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Siri, Secure My Operating System


While scrutinizing the Apple website the past couple of days eagerly awaiting the iPhone 5 (oops, 4S), we took a look at features of the updated operating system (iOS 5) due out this week.  The iOS 5 underscores the growing functionality of smart phones via the integration of sophisticated applications with modern wireless and data networks in a cloud environment.  We thought it would be worthwhile to reiterate the structure of current operating systems and program stacks used in web application development to highlight inherent vulnerability—certainly not limited to the iOS 5.

First, a quick primer on the “LAMP (software bundle) Stack Layers” pictured below:

LAMP Stack Layers

  • This is a standard stack used for dynamic web application development applied to any industry vertical use case (e.g. financial services (trading systems), aerospace & defense (netted sensor architectures), SCADA (smart grid architectures))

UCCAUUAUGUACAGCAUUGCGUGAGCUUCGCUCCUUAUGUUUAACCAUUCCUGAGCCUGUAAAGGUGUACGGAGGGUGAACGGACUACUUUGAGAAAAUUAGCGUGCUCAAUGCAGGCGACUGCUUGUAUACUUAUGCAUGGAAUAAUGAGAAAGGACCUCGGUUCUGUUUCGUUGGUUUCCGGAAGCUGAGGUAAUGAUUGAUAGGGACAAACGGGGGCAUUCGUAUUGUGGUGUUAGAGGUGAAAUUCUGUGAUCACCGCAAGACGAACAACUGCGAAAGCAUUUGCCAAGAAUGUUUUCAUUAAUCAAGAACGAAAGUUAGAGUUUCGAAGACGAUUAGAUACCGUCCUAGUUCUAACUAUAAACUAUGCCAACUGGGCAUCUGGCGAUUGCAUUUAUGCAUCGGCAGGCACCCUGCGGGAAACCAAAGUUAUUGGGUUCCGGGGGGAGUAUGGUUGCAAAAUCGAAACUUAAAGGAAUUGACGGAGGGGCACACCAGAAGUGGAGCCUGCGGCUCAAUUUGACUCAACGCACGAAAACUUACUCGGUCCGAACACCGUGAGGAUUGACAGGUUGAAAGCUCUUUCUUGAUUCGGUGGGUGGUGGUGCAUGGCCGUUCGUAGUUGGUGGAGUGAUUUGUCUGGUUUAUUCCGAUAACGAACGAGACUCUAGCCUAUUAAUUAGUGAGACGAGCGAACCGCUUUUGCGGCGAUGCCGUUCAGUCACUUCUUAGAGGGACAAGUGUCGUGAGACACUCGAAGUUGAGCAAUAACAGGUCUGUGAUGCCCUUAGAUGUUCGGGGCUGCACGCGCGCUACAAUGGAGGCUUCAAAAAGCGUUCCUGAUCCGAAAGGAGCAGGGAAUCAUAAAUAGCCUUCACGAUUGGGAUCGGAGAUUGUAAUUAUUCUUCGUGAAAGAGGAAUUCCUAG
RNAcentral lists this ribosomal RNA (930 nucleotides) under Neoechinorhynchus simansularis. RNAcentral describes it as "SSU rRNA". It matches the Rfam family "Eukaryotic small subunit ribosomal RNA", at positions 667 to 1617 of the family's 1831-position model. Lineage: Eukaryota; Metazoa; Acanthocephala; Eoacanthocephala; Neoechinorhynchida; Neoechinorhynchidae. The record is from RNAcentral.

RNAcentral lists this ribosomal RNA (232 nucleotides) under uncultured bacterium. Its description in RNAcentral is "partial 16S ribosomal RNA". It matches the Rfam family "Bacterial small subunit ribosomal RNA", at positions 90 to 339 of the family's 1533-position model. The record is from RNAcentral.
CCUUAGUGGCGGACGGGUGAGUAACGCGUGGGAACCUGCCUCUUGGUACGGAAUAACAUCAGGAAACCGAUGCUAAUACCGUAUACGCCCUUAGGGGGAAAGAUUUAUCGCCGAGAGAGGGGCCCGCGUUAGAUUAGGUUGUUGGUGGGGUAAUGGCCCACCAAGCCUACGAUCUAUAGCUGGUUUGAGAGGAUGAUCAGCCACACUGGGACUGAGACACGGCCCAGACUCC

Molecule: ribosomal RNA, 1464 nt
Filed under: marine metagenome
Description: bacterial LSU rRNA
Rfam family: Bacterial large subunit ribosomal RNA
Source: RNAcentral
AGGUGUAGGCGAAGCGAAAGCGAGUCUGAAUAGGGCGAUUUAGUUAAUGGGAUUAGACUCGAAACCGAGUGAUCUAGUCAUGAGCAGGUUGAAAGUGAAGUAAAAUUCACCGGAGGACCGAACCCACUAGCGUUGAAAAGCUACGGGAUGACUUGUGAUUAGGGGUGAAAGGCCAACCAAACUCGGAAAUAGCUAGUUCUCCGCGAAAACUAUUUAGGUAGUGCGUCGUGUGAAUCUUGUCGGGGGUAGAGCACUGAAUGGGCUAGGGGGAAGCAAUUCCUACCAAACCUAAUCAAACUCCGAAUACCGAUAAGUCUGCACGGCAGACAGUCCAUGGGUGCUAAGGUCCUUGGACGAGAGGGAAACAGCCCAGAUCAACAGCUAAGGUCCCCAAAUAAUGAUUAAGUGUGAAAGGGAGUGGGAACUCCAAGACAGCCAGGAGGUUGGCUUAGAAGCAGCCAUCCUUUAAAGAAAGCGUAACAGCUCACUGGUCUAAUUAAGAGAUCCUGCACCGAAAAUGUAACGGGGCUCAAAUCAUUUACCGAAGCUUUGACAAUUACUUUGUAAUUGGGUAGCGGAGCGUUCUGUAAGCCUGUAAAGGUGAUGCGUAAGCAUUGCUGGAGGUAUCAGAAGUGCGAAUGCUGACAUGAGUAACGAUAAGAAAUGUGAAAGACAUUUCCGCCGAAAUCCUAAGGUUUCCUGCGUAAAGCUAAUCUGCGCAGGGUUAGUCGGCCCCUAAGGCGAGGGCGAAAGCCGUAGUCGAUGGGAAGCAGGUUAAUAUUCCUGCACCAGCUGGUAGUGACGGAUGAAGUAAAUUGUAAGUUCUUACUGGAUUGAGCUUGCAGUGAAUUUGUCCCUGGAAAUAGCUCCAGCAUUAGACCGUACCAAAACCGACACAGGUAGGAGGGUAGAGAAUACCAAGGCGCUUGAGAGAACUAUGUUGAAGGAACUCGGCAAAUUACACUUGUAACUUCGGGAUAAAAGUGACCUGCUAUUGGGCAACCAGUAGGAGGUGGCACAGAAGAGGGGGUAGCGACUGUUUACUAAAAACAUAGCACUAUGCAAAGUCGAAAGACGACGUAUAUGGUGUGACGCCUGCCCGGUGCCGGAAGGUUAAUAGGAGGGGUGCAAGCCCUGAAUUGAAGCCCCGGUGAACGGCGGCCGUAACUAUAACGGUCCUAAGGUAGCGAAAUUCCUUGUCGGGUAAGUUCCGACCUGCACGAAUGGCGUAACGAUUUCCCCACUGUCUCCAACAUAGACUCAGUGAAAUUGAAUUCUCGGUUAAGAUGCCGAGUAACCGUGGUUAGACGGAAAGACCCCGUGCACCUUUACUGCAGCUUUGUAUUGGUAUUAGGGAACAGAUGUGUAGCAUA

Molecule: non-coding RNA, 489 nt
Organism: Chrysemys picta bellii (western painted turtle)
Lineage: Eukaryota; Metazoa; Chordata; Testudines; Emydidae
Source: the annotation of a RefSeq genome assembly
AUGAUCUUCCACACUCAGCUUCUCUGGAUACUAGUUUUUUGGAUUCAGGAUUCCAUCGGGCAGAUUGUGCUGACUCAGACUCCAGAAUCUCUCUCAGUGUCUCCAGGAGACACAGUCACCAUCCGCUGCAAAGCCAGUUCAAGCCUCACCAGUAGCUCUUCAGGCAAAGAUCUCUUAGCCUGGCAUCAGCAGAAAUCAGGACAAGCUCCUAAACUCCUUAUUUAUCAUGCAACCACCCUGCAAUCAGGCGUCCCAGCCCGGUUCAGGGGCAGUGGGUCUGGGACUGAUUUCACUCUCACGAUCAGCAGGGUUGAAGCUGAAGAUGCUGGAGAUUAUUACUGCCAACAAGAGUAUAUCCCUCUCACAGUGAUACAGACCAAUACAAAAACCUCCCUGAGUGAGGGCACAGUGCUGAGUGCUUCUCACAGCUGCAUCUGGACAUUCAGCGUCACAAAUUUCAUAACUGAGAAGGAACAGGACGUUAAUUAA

• We show Linux as an operating system—Google and Microsoft are also prolific.
  • Apache and IIS are examples of web servers.  MySQL and PostgreSQL are examples of database management tools.
  • PHP, Perl and Python are examples of scripting languages.  PHP is considered for novice use and is the most inexpensive; Perl is used prolifically on web pages; while Python can handle system-level tasks and large volumes of code.

So, where’s the inherent vulnerability?  Hackers spend their time, in essence, building a stack of exploits parallel to the web stack layers shown above to infiltrate, exfiltrate or impersonate the user. As such, vulnerability researchers focusing technology development on the following four areas are of most interest to us:

  1. The rate of patch issuance by operating system manufacturers is suggestive on its own.
  2. Applications, web servers, and database management tools are in large part open source and General Public License (i.e. free).
  3. Scripting languages are compilers (i.e. scanning, parsing, code generating) but they can also decompile (i.e. reverse engineering).  As shown above, this layer bridges data management and applications.
  4. Degree of difficulty to automate attack or defense escalates as you move up the LAMP stack from the operating system layer.